- How well do I really know my son? If you are someone who played by all the rules of being a good man in our culture you probably spent most of your time out of the home. You may have gone to all the parent/teacher meetings, ball games, and scout meetings and still not know your son as well as you think. Is most of what you know about your son second hand information from mom, coaches, teachers, etc. ? When was the last time you sat with your son in a 1:1 setting and really got to know him on the inside?
- How well does my son know me? Does your son know the entire man you are or just the mask you wear after coming home from your job? Have you shared the things that keep you up at night or do you keep those private? Are you modeling how to deal with life on life’s terms for him? Are you showing your vulnerabilities? Several young men have shared with me that seeing their father cry was the tipping point that got them committed to recovery.
- How often do I sit with him and just listen to him without advice or judgment? As a man, many of us are programmed to fix things so instead of allowing our sons to tap into their own wisdom and values, we offer advice without ever developing deep listening skills of our own. The advice you give may have worked very well for you but may not for him. He needs to access his own inner strength and wisdom while being honored by the man he holds in such high esteem.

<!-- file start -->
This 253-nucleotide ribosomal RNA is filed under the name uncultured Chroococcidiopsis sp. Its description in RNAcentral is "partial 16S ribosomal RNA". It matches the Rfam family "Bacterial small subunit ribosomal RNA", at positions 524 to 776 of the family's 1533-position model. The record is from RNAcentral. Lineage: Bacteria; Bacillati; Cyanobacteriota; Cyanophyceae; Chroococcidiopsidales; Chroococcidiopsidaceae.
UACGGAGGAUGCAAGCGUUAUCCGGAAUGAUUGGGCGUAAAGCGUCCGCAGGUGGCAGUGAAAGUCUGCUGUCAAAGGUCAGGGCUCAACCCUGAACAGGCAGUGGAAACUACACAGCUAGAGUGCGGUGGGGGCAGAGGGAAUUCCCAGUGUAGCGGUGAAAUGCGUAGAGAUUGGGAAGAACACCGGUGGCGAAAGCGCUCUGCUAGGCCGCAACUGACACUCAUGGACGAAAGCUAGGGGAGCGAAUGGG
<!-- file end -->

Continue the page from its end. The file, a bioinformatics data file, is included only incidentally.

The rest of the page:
- How have I created a safe environment for dialogue between my son and I? It’s not just about stressing to him that he can tell you anything. This may require a deep dive personal inventory of your past actions and acknowledgment of your mistakes to him. I had a client who was gay and had been raped by a man when he was very young. One day he heard his father making a derogatory joke about homosexuals to his buddies. From that day forward, he no longer felt safe to share who he was with his dad despite an otherwise close relationship. Eventually he came clean about his sexuality after years of recovery from heroin addiction. His father had known all along and was simply respecting his son’s choice to remain private about it. When the issue of trust was raised the son immediately recalled a joke that dad had no recollection of. They both agreed that it’s possible the son would have gotten the help he needed for the early trauma and spared himself years of addiction if he had just felt safe enough to tell his father about his sexuality. Your son doesn’t have to have been raped or be gay to be keeping a secret from you that could potentially kill him.